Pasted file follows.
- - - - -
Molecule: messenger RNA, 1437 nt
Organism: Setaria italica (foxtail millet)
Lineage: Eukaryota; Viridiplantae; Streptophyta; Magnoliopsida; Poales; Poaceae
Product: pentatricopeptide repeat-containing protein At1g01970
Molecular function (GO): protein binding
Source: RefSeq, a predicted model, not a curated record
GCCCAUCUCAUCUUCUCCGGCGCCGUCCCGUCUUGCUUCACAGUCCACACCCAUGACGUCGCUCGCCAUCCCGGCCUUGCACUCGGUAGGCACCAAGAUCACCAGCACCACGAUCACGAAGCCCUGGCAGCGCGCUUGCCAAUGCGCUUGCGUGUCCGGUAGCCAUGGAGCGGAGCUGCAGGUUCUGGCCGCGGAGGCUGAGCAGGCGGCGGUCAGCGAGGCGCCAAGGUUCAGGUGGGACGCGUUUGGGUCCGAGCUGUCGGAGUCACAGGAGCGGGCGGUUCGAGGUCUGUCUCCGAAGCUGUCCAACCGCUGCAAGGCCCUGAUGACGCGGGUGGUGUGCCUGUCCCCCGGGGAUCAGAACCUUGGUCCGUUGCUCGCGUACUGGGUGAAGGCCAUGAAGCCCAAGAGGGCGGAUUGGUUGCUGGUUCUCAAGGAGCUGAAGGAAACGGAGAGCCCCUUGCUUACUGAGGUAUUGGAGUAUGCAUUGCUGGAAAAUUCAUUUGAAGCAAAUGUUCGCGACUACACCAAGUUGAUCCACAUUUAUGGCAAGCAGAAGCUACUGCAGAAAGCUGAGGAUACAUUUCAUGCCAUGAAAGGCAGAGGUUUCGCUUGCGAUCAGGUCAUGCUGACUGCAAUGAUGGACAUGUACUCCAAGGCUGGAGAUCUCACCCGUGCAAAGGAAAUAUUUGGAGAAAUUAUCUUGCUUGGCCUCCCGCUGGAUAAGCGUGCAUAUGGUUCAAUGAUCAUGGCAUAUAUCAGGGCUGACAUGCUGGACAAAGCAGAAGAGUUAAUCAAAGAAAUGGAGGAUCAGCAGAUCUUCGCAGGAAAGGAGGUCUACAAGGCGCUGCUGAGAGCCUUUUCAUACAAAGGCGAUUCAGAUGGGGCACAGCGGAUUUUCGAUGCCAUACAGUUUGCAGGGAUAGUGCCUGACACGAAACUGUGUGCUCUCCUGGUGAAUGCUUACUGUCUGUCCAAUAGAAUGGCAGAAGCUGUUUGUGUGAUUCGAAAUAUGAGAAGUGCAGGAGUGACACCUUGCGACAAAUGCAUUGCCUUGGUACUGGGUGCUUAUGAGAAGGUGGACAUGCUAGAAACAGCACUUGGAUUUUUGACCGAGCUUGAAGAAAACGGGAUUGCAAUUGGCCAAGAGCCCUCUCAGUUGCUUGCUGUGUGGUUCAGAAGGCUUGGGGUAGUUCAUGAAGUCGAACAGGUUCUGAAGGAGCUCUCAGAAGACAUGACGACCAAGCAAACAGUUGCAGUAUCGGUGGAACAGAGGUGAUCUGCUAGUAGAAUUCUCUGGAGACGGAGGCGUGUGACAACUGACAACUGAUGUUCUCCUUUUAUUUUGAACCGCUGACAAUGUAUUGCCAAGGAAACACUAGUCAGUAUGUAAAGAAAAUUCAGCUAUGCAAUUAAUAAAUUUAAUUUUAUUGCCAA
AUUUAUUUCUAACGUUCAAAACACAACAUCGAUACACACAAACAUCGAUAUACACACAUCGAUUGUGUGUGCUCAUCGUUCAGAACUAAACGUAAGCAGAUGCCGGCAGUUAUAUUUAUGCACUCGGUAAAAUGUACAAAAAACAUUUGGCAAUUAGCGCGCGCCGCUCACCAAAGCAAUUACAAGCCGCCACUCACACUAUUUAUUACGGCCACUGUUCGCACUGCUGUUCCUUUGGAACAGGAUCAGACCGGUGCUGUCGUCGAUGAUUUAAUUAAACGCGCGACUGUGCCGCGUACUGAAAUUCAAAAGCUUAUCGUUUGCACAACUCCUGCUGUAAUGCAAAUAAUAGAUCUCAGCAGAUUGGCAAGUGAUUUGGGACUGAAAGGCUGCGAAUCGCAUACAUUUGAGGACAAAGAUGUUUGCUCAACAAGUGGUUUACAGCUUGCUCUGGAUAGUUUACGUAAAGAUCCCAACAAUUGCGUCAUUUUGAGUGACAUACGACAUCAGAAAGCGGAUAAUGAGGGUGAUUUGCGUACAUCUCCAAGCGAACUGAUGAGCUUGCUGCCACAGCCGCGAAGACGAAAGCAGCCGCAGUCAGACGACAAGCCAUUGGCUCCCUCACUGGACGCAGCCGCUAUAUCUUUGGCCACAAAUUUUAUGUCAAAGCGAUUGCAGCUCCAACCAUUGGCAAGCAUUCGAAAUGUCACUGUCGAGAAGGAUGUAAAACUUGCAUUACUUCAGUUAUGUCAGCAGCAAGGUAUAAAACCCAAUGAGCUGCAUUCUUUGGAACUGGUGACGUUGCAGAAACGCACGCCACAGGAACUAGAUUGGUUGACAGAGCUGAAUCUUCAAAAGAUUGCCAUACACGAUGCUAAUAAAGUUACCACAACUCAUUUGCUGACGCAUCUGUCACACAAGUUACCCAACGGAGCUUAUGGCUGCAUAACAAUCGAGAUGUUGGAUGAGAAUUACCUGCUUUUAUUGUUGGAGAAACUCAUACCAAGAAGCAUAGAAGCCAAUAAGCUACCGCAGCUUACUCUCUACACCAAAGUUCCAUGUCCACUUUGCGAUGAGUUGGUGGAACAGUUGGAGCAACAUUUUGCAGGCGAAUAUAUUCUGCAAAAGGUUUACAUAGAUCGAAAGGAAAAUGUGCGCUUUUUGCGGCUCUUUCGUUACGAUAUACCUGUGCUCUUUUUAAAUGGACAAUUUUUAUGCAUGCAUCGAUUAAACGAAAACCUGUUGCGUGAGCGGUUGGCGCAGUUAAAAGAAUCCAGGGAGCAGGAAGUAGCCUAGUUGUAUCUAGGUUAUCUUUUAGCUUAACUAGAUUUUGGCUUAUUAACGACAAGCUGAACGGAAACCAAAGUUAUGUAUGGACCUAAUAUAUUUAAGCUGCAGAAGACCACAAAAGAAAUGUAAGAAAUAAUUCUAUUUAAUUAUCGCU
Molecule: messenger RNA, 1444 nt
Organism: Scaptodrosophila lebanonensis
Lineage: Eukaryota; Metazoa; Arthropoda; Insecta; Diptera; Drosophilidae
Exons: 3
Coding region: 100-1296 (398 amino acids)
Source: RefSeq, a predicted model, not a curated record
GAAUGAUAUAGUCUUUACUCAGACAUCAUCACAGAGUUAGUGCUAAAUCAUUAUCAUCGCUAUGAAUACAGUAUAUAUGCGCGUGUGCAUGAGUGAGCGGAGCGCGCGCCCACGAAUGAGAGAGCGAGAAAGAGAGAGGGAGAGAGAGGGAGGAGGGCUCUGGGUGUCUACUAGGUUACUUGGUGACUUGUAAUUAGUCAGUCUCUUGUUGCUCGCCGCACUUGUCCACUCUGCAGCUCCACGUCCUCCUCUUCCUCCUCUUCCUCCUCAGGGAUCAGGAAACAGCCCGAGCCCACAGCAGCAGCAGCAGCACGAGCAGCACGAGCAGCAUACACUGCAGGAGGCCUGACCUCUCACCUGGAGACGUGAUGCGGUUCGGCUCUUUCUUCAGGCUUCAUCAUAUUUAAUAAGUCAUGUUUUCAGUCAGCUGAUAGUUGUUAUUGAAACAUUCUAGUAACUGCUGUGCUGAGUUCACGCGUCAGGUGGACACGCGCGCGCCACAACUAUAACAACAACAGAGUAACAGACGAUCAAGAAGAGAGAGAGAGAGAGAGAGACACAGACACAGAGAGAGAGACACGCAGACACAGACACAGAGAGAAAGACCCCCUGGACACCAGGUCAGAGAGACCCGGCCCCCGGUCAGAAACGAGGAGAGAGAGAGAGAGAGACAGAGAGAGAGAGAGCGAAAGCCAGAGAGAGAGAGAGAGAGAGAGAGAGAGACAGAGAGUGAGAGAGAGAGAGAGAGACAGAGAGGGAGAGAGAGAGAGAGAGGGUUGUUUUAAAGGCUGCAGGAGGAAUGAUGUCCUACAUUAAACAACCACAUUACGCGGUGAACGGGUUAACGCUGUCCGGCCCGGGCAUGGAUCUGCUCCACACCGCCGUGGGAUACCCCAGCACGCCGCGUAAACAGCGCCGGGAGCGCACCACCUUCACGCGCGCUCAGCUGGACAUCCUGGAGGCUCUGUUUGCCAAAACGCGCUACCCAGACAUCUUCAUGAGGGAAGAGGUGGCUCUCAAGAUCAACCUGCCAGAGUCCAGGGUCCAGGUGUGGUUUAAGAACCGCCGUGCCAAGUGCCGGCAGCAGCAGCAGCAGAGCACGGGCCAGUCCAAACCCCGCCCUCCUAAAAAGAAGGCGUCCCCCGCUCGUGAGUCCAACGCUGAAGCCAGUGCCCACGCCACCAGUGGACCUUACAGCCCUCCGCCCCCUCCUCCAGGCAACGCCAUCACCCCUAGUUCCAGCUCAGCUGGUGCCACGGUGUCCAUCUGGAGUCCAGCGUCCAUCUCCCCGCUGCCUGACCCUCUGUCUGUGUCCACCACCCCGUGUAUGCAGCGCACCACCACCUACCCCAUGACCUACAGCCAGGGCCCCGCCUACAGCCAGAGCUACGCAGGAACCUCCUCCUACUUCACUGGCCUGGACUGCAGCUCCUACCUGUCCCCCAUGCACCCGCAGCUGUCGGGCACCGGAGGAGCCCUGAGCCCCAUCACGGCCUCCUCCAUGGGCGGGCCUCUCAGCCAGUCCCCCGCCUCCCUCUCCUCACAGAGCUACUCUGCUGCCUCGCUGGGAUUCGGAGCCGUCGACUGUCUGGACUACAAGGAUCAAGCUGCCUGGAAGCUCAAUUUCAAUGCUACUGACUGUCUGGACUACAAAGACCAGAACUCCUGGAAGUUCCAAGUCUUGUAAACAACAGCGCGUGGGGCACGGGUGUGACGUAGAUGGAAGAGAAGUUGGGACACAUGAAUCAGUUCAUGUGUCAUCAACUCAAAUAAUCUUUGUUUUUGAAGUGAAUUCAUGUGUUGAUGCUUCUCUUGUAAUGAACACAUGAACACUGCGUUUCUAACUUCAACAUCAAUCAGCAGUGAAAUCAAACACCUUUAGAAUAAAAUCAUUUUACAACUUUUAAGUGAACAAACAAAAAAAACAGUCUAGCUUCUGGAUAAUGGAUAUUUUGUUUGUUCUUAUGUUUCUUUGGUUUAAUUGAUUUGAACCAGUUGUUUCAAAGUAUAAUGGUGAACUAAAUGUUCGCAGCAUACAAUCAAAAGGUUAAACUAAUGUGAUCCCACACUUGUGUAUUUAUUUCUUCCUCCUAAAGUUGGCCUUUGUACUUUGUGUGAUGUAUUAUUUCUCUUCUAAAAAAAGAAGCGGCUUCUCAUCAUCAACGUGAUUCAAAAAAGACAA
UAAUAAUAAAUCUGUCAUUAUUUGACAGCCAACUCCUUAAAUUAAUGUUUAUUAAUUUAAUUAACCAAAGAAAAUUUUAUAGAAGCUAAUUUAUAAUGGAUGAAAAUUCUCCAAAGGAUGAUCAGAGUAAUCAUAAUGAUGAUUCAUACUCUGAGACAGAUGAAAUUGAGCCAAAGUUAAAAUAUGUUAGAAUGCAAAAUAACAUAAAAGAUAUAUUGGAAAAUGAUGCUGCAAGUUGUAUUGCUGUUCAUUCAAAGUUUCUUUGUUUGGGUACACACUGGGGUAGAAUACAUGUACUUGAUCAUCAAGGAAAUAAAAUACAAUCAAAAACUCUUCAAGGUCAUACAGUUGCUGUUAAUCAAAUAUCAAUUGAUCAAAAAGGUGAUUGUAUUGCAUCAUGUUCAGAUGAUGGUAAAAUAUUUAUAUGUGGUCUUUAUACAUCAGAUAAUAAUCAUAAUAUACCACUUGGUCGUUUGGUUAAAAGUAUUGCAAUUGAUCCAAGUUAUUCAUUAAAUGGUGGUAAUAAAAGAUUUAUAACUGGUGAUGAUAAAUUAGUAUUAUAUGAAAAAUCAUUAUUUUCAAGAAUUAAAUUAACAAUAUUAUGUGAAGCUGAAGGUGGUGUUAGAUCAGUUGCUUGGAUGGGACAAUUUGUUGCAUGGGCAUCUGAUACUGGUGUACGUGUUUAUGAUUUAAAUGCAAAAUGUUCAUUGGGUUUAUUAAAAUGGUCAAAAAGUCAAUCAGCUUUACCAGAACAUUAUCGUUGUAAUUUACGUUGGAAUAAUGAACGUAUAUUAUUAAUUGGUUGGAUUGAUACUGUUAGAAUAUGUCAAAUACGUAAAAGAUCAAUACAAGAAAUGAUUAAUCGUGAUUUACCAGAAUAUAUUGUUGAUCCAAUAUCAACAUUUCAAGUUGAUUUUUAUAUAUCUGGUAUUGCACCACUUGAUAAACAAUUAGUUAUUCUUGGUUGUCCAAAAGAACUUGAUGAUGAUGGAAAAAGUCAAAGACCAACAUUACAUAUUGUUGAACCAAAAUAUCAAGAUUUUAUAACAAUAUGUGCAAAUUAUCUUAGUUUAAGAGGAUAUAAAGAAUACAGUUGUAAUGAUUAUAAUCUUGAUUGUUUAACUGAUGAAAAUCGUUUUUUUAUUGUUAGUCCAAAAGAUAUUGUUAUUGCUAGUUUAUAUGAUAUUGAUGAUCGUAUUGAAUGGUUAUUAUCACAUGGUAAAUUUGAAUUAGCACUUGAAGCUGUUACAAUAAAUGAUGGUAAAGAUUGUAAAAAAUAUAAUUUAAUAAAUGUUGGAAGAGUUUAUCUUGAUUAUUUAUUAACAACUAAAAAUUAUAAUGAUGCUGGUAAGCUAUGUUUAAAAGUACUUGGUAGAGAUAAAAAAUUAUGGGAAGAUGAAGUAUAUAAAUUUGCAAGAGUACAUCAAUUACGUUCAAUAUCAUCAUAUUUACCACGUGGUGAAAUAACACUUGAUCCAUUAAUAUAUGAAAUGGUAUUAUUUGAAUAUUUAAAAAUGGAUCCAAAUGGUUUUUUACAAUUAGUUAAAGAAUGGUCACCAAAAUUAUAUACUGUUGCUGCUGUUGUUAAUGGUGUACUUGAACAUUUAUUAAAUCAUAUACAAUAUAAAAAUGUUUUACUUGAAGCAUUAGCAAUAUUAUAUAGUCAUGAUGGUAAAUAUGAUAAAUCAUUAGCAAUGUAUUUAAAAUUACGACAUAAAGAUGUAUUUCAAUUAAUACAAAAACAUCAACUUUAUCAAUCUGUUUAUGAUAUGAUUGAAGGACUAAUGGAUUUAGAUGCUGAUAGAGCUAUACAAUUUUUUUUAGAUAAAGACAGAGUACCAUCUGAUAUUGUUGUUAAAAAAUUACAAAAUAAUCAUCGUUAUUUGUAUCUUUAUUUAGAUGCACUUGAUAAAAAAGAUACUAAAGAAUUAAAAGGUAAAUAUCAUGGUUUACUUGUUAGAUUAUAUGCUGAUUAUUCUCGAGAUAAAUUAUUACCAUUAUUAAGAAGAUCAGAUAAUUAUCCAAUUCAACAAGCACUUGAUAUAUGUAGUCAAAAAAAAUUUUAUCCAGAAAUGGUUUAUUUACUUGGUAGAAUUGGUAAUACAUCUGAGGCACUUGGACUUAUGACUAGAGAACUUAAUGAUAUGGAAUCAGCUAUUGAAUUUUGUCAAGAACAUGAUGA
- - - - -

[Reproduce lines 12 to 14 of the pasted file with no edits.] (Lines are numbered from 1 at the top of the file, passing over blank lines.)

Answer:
Exons: 3
Coding region: 100-1296 (398 amino acids)
Source: RefSeq, a predicted model, not a curated record